Nine in 10 business leaders surveyed in Singapore are keen on hiring data-literate employees, regardless of their team size or job role, especially for non-data specialised job roles. In fact, close to half (48%) are willing to pay up to 10% more for someone who is data-literate for a role that did not require data specialisation; and for 33% of the leaders surveyed, they are willing to bump this premium to 20%.
This shows how being data competent has transcended its typically specialised job scope, as published in the NTUC LearningHub Data Skills Report 2020. Changing expectations among business leaders require everyone, even those in non-data related jobs, to widen their knowledge on applying data to their work.
With that said, the report highlighted 10 data-related skills that employers believe are most necessary in today's day and age, yet are also among the most lacking skills. These 10 skills are:
- Data analytics
- Data interpretation for decision making in business
- Data protection and risk management
- Data visualisation
- Data preparation and data cleaning
- Data science engineering
- Advanced statistical techniques
- Competency in advanced analytics with Python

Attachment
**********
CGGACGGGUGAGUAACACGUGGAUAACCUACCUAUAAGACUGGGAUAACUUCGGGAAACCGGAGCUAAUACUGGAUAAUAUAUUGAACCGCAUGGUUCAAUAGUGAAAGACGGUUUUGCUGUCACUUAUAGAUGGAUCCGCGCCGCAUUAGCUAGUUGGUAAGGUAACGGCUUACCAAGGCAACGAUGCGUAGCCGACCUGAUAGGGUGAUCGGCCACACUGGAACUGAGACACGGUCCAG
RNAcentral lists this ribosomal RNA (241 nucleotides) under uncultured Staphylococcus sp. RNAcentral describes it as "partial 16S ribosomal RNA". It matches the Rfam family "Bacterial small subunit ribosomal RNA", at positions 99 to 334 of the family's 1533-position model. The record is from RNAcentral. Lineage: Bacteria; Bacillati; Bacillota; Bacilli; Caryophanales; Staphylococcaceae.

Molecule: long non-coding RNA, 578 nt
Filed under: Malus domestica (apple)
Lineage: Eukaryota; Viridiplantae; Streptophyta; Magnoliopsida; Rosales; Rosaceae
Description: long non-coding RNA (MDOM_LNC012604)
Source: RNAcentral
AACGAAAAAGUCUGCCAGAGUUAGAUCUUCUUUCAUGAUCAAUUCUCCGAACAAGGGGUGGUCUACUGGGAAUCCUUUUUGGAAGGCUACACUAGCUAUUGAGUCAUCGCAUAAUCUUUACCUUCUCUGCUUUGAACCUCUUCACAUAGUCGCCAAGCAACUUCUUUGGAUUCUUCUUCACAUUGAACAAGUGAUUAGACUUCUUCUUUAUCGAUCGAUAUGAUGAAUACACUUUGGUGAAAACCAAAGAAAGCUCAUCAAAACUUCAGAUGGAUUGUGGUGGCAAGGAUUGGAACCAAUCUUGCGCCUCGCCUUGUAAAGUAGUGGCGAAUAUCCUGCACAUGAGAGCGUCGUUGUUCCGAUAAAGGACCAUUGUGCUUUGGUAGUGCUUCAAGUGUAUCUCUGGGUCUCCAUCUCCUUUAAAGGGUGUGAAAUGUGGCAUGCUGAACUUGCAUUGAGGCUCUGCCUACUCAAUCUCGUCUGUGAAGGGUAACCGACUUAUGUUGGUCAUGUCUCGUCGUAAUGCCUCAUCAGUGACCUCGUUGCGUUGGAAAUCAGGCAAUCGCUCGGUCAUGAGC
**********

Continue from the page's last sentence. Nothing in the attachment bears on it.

- Competency in Microsoft SQL Server and SQL databases
- Creating and implementing machine learning algorithms
It is no wonder that the data-related skills cited above are more in demand, as among the over 700 working professionals in Singapore surveyed (which included 200 business leaders), 94% of employers and 88% of employees said a resounding 'yes' when asked if their teams leverage data more to make business decisions now as compared to a year ago.
Industry clusters such as Professional Services, Trade & Connectivity and Lifestyle top the list when it comes to experiencing increasing use of data in the workplace to drive business decisions.
Kwek Kok Kwong, CEO of NTUC LearningHub stated: "While data literacy was considered a new skill last decade and only for a select few, we want to make data literacy a basic skill for Worker 4.0 — our future workers."
Lead image / Data Skills Report 2020